HUH fusion enzymes for multiplex protein labeling
HUH fusion tags are novel, robust endonucleases that allow proteins and DNA to be linked covalently in one simple step
- Covalently linking proteins and nucleic acids
- Multiplex “one pot” protein labeling
- Molecular machine assembly
- DNA based drug delivery
- Synthesis of DNA scaffolds for various biotechnology applications
Key Benefits & Differentiators
- Less disruptive to protein function: because HUH are small proteins composed of only approximately 100 amino acids
- Diverse range of targets: HUH proteins are able to recognize specific DNA sequences of standard nucleotides (instead of modified bases) and over 20 HUH proteins are known
- Increased stability: HUH proteins use tyrosine as the catalytic residue which is less prone to deactivation by oxidation
Self-labeling enzymes such as the SNAP-tag, CLIP-tag, and HALO-tag are popular systems for specific protein-DNA bioconjugation. While these fusion tags are useful and efficient, they require the incorporation of expensive modified nucleotides bases and additional purification steps, which is costly and time-consuming.
In addition, current protein tagging solutions use catalytic amino acids vulnerable to deactivation and are more likely to interfere with protein function due to the large size of the fusion enzymes used. Ultimately, current technologies offer a limited number of orthogonal or non-cross reactive self-labeling enzymes, which pose a bottleneck for development of multiplexed applications reliant on protein-DNA linkages, such as protein barcoding.
To address this gap researchers at the University of Minnesota have developed a suite of HUH enzymes (HUH-tags) for covalent linkage of proteins and nucleic acids. HUH are small proteins (~100 amino acids) found in viruses and mobile DNA elements which recognize and cleave single stranded DNA in a sequence-specific manner. These very small proteins can be engineered to bind many DNA sequences with minimal interference and utilize, more stable chemistry than pre-existing protein tags. Multiple HUH tags have been tested and work very robustly, and these tags can be used to fuse multiple types of proteins to nucleic acids (nuclear, cytoplasmic and cell-surface proteins). The chemistry works both in-vitro and in mammalian cells and multiple proteins can be labeled simultaneously in “one pot” reactions. The large number of available HUH enzymes expand the possibilities for orthogonal protein labeling and enable related applications in nucleic acid origami, molecular machine assembly, DNA-based drug delivery, and gene editing applications.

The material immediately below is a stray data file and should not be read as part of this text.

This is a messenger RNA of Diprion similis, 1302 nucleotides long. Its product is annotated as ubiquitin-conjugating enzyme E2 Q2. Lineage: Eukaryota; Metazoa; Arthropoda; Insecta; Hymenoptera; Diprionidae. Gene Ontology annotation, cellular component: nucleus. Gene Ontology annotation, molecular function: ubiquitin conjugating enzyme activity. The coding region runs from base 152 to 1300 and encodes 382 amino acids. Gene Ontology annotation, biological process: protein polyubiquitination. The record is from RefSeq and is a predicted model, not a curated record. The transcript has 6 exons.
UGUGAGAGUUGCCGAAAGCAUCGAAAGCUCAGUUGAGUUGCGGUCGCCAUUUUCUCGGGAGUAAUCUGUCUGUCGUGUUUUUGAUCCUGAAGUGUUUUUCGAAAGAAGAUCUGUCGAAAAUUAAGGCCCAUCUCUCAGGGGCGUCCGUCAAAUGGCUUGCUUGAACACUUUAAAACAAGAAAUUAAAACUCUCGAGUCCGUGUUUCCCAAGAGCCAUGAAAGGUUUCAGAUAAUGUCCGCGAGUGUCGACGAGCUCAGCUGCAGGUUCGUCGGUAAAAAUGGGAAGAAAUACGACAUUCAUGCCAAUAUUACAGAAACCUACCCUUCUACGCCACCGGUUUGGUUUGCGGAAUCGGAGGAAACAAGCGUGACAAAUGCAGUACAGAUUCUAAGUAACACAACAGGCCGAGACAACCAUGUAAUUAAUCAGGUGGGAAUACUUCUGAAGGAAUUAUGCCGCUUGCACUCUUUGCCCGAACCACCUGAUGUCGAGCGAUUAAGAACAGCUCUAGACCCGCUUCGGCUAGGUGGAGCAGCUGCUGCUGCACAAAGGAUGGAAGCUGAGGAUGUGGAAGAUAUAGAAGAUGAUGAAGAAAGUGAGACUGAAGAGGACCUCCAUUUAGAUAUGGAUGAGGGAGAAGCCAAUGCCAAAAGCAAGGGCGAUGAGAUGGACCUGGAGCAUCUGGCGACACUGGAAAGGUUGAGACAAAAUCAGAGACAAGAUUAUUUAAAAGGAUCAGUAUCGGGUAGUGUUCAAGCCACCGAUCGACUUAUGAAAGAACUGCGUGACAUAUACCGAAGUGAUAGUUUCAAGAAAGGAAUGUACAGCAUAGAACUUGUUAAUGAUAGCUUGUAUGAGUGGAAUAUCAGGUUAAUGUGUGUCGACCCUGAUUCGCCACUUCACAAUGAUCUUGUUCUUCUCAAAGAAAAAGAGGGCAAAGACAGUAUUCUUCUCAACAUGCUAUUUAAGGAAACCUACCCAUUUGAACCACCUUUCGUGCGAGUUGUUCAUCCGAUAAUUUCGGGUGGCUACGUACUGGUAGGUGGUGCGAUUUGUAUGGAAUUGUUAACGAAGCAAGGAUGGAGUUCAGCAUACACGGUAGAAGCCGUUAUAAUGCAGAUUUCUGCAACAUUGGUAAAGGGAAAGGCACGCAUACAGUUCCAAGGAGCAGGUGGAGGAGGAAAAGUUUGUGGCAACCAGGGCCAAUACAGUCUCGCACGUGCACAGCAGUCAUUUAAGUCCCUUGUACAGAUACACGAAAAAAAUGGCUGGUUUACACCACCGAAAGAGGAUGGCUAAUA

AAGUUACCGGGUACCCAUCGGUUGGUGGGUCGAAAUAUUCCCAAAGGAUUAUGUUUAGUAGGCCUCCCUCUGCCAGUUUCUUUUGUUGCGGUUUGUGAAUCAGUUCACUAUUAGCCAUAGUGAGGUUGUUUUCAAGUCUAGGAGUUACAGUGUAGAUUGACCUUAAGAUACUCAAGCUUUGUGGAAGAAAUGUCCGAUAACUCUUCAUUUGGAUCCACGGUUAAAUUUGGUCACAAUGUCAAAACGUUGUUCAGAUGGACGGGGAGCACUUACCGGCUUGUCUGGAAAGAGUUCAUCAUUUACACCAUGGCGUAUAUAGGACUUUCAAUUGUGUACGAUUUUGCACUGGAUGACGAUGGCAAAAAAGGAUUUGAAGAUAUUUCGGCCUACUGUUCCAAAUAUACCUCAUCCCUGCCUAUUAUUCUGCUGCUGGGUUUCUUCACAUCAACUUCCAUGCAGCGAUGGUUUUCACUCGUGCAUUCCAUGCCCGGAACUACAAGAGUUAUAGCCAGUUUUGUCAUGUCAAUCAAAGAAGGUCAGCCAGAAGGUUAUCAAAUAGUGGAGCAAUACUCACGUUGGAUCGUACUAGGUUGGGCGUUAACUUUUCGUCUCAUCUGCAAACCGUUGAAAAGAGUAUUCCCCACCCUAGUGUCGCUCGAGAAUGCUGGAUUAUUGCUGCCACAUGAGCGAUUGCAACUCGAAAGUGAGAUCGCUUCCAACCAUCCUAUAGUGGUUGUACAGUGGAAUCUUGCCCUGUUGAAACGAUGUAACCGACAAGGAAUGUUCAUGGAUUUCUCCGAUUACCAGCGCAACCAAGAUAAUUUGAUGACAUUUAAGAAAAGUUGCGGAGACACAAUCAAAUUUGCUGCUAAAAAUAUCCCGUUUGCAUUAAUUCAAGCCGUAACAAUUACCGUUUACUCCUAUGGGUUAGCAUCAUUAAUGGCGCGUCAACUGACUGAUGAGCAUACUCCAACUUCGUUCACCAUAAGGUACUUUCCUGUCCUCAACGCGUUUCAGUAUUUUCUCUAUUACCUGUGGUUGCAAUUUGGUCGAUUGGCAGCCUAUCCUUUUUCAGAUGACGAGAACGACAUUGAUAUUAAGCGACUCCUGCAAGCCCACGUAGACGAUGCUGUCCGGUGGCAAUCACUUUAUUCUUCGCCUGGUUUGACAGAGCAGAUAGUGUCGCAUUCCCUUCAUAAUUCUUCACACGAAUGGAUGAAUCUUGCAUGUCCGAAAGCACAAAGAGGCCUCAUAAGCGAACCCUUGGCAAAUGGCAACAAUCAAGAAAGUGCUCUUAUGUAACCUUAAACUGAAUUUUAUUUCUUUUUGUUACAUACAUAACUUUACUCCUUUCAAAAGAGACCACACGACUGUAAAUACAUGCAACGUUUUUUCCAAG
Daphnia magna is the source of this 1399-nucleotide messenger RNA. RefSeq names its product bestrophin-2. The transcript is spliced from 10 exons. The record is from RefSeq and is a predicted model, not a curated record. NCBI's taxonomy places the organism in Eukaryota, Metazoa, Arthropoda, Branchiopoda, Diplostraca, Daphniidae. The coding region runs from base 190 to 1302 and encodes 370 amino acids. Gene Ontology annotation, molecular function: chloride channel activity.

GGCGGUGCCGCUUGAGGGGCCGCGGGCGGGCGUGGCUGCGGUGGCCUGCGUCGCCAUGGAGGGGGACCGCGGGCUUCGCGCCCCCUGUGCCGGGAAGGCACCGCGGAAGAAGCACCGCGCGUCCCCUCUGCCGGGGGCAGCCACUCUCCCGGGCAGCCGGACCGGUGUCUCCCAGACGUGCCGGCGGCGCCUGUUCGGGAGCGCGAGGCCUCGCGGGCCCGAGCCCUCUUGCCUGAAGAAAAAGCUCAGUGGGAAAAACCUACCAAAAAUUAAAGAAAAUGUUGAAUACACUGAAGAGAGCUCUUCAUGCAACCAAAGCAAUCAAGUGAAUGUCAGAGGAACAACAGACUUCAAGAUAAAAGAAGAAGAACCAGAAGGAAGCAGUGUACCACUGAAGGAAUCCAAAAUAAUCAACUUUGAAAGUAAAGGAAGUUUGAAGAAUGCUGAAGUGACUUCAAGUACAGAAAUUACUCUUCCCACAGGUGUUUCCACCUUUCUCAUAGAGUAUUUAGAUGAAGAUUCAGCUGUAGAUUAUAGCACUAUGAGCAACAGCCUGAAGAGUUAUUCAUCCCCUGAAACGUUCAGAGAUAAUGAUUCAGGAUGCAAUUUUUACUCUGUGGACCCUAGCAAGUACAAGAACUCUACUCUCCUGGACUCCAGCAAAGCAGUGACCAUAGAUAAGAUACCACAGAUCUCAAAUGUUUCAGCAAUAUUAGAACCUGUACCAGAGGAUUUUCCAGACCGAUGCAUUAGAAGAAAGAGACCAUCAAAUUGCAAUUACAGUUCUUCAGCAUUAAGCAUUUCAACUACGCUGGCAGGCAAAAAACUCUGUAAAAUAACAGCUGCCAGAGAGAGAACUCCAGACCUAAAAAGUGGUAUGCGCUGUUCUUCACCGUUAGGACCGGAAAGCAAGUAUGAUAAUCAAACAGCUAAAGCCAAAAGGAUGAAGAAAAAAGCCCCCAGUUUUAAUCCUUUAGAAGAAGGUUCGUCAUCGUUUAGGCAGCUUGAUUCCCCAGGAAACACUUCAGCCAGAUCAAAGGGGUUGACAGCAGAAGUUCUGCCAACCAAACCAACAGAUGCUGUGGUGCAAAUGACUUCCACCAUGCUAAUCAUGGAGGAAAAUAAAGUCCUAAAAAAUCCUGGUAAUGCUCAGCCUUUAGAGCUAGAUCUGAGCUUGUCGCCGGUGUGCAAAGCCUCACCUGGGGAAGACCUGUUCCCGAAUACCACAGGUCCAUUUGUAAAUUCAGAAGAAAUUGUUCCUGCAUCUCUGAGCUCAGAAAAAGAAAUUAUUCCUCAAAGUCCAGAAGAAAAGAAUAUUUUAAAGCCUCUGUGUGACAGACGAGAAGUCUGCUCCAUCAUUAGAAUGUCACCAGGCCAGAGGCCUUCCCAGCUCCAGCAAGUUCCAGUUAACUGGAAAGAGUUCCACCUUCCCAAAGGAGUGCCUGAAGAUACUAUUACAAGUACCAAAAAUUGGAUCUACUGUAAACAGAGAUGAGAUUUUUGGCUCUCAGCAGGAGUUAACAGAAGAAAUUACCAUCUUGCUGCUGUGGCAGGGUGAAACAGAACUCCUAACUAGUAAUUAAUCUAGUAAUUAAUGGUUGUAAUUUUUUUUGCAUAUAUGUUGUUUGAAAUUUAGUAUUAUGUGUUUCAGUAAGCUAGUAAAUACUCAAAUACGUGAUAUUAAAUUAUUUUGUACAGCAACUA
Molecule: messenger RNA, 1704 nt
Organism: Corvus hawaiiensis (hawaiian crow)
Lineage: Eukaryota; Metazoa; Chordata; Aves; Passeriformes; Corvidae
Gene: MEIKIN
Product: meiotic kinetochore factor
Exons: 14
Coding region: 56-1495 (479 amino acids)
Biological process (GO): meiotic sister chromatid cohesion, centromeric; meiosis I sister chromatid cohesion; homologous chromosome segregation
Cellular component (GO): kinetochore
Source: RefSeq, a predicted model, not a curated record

Phase of DevelopmentTRL: 3-4
The versatility of HUH-tags have been demonstrated in multiple applications: For enhancement of HDR, to increase efficiency of Cas9-mediated gene editing To create Antibody-AAV capsid composites for altered AAV cell tropism The construction of doubly DNA-tethered proteins for single-molecule studies In cellular imaging in live and fixed cells.
Desired PartnershipsThis technology is now available for:
- Sponsored research
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- Wendy Gordon, PhD Associate Professor, Department of Biochemistry, Molecular Biology, and Biophysics
- Klaus N. Lovendahl, Amanda N. Hayward, and Wendy R. Gordon (2017), Sequence-Directed Covalent Protein−DNA Linkages in a Single Step Using HUH-Tags, Journal of the American Chemical Society
- Aird, E.J., Lovendahl, K.N., St Martin, A., Harris, R.S. and Gordon, W.R (2018), Increasing Cas9-mediated homology-directed repair efficiency through covalent tethering of DNA repair template., Communications biology
- Zdechlik, A.C., He, Y., Aird, E.J., Gordon, W.R. and Schmidt, D (2019), Programmable Assembly of Adeno-Associated Virus–Antibody Composites for Receptor-Mediated Gene Delivery, Bioconjugate chemistry
- Tompkins, K.J., Houtti, M., Litzau, L.A., Aird, E.J., Everett, B.A., Nelson, A.T., Pornschloegl, L., Limón-Swanson, L.K., Evans III, R.L., Evans, K. and Shi, K (2021), Molecular underpinnings of ssDNA specificity by Rep HUH-endonucleases and implications for HUH-tag multiplexing and engineering, Nucleic acids research
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